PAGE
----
Painting In Maine! It doesn't get any better. This blog is my attempt to share what I learn on the journey. I retain the reproduction rights to this artwork.
Monday, February 15, 2010
Daily Painting Practice - Copying from a Master (living or dead)
All artists must have an abundance of art magazines. It's one of the rules. ( I have piles and piles of them in the studio,the living room...on my bed stand...the kitchen table) However, the instruction manual for becoming an artist doesn't say what you are supposed to do with all those magazines once you have looked through them over and over and over and over again. Here's a suggestion that is both fun and rewarding.
There are so many ways to learn from this exercise. Look for a painting that stands out to you and try to find the reason it does. Then have fun painting that reason. Make the painting your own and not just a twin of the original. However, always give credit to the original artist in your title of the painting. Always say it is your copy from the original artist's work. Artists have been copying each other since artists first started drawing. So don't be shy, have a copy party with a few friends. At least you'll have a reason to tell your librarian/wife why you need all those magazines.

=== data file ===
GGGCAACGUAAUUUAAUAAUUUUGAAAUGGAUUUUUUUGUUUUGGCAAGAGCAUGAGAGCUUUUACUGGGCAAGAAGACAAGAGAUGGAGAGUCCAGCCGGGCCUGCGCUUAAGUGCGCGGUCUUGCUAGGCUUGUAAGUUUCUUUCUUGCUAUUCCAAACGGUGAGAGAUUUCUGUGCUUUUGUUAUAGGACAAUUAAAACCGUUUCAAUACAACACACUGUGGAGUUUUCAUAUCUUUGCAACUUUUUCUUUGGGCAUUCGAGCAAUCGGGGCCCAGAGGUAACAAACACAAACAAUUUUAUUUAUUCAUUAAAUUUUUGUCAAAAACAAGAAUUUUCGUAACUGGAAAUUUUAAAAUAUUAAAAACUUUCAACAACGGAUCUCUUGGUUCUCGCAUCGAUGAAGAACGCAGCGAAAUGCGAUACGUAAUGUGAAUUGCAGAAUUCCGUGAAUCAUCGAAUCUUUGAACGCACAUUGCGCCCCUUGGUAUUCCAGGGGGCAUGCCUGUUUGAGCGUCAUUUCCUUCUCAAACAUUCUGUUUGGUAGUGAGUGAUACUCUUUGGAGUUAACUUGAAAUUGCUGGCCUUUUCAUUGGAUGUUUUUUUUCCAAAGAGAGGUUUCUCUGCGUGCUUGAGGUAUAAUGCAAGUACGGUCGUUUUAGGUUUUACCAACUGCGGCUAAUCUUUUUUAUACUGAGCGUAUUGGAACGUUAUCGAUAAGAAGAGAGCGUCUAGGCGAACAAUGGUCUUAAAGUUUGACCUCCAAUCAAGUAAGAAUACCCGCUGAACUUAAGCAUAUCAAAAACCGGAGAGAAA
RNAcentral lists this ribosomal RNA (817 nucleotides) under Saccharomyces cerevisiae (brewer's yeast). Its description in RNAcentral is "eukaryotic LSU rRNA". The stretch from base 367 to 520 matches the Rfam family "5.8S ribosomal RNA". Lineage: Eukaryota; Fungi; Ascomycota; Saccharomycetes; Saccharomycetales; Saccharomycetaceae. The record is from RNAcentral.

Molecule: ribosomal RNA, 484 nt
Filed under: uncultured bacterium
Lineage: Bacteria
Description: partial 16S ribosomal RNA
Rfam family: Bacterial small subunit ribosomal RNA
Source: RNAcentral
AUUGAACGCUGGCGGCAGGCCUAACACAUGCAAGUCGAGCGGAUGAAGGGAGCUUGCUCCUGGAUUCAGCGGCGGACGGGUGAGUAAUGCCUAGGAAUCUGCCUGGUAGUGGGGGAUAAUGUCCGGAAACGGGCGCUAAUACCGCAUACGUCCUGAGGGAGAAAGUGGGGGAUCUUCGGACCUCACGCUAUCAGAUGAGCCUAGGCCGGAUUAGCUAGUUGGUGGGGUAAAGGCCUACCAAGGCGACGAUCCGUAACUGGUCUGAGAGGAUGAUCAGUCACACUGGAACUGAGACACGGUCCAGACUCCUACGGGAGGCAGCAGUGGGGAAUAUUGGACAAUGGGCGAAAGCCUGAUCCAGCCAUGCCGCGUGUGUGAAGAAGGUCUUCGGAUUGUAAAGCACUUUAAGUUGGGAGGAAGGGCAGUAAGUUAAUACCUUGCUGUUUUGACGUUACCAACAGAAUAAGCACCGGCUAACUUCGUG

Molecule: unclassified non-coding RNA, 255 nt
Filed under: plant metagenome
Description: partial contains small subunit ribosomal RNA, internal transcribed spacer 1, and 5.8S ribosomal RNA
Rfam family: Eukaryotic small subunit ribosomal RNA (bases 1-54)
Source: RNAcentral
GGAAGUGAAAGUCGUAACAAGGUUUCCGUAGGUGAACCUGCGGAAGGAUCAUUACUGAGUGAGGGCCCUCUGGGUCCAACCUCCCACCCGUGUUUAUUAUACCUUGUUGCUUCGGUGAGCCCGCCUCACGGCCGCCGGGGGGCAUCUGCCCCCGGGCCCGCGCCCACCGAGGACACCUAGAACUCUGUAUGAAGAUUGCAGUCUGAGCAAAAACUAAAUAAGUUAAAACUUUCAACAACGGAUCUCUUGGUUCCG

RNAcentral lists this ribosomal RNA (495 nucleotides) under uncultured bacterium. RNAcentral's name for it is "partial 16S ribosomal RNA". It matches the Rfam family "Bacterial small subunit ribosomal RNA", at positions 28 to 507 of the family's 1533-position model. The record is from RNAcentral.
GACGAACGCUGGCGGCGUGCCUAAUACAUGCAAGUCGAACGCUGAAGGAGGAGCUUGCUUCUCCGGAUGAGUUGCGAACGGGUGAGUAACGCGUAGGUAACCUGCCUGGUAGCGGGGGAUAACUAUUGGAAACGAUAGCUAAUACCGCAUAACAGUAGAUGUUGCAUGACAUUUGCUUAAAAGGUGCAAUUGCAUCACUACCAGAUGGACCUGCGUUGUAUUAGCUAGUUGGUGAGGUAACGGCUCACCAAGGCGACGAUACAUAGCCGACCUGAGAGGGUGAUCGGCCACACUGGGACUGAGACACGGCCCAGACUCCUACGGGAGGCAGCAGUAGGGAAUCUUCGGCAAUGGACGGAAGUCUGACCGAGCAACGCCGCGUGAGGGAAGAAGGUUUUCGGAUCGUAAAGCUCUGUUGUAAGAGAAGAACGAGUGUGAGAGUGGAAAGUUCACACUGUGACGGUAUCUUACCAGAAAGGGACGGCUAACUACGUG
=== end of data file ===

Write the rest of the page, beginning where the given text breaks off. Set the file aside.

One of my favorite contemporary artists is Clyde Aspevig. Lucky for me there was one of his paintings in the magazine.
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Hi, Mr. Yesis! I love your blog. I just received the Sunshine award yesterday and I chose you as one of my 12 nominees. Please come to my blog to accept it.
Well, you did a wonderful copy there! What size is it? I am amazed that yours looks so close to the original.
Thank you , Peter...I will tell my husband what you said, :-))...Like you I have an abundance of magazines and books. Great idea to paint a modern master and revisit those articles.
I like your version of Aspevig's landscape.
What a good idea for a party! I am looking for something to do with my ex-student mates.
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A great idea and one I think is extremely helpful in understanding how to construct a painting.
A friend recently apologized to me for 'copying' my 'idea' and painting a painting of a similar subject. I hastened to assure her that "it's all been done", which it has. The only thing artists can do while painting the same stuff that artists always have painted, is make it their own somehow. Her painting was her own setup and her own work. It really had nothing to do with me.
Another artist whom I greatly admire and took a workshop with, wrote to me in an email that she'd been in a thrift shop and seen a prop that I had just painted and posted, and didn't buy it because she thought I wouldn't want her to!! I said to her, that she ought not to let me or anyone else stand in the way of what's in her heart as a painter.
So, I'm glad you brought it up!
I know what my friend means because I'm continually influenced by artists on the internet and in publications and I do feel like I'm "copying" in a way but, I have to do whatever I'm moved to do in my work.
You are a fabulous artist, and I love your "copy." But, can a person sell a copy? I seem to learn the most when I am copying--it turns out to be my best work, but then, not sure what to do with it, if I can't sell it.
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